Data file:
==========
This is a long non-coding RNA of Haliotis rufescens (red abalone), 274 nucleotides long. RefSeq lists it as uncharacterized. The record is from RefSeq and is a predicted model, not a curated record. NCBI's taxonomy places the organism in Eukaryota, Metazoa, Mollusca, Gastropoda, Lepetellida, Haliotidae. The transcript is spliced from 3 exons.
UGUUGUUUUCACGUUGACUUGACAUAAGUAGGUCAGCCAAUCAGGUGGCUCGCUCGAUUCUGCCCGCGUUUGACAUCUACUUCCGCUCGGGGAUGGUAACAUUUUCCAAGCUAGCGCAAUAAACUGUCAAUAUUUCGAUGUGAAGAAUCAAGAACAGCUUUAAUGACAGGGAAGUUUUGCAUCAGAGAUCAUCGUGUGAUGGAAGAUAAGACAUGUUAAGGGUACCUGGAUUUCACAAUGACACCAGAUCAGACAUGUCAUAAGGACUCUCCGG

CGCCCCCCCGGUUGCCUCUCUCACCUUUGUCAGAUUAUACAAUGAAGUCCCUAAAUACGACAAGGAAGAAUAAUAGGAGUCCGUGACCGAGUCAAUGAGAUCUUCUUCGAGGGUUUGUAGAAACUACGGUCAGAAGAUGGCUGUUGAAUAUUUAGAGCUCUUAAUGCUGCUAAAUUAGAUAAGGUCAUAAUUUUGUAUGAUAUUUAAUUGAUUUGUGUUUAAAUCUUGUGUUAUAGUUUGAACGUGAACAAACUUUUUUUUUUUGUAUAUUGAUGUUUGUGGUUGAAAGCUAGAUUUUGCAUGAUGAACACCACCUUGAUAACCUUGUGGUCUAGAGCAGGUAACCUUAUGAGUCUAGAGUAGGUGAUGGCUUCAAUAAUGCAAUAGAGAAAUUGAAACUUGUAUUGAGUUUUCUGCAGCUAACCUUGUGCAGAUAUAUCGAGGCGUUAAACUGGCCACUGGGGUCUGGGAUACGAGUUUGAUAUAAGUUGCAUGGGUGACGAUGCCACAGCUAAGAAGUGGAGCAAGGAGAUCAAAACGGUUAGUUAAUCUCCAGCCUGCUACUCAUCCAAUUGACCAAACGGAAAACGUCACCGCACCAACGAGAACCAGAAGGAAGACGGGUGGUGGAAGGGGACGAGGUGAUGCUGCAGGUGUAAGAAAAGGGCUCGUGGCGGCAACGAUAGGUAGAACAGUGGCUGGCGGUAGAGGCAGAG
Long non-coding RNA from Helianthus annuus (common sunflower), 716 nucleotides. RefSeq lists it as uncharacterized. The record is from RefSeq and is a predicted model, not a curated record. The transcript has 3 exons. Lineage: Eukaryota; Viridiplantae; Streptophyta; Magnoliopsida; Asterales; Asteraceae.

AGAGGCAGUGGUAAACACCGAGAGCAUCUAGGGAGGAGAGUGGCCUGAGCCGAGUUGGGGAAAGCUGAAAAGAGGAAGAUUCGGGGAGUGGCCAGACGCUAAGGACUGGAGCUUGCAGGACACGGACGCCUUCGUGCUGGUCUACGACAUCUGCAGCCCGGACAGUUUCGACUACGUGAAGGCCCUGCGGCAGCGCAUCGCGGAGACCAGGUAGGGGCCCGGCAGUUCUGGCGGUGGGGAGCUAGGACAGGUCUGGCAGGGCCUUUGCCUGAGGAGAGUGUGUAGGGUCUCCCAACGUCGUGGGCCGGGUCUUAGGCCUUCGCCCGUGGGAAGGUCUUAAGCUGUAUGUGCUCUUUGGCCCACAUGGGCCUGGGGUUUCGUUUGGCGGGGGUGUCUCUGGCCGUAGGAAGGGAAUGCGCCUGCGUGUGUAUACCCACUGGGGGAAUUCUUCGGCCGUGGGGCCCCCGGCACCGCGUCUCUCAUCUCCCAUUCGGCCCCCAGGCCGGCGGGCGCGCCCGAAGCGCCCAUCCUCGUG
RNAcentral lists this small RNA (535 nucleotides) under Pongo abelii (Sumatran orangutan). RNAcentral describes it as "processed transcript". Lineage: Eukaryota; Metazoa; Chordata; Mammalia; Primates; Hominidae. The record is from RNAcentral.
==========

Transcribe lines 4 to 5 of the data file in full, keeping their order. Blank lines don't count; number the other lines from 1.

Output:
Long non-coding RNA from Helianthus annuus (common sunflower), 716 nucleotides. RefSeq lists it as uncharacterized. The record is from RefSeq and is a predicted model, not a curated record. The transcript has 3 exons. Lineage: Eukaryota; Viridiplantae; Streptophyta; Magnoliopsida; Asterales; Asteraceae.

AGAGGCAGUGGUAAACACCGAGAGCAUCUAGGGAGGAGAGUGGCCUGAGCCGAGUUGGGGAAAGCUGAAAAGAGGAAGAUUCGGGGAGUGGCCAGACGCUAAGGACUGGAGCUUGCAGGACACGGACGCCUUCGUGCUGGUCUACGACAUCUGCAGCCCGGACAGUUUCGACUACGUGAAGGCCCUGCGGCAGCGCAUCGCGGAGACCAGGUAGGGGCCCGGCAGUUCUGGCGGUGGGGAGCUAGGACAGGUCUGGCAGGGCCUUUGCCUGAGGAGAGUGUGUAGGGUCUCCCAACGUCGUGGGCCGGGUCUUAGGCCUUCGCCCGUGGGAAGGUCUUAAGCUGUAUGUGCUCUUUGGCCCACAUGGGCCUGGGGUUUCGUUUGGCGGGGGUGUCUCUGGCCGUAGGAAGGGAAUGCGCCUGCGUGUGUAUACCCACUGGGGGAAUUCUUCGGCCGUGGGGCCCCCGGCACCGCGUCUCUCAUCUCCCAUUCGGCCCCCAGGCCGGCGGGCGCGCCCGAAGCGCCCAUCCUCGUG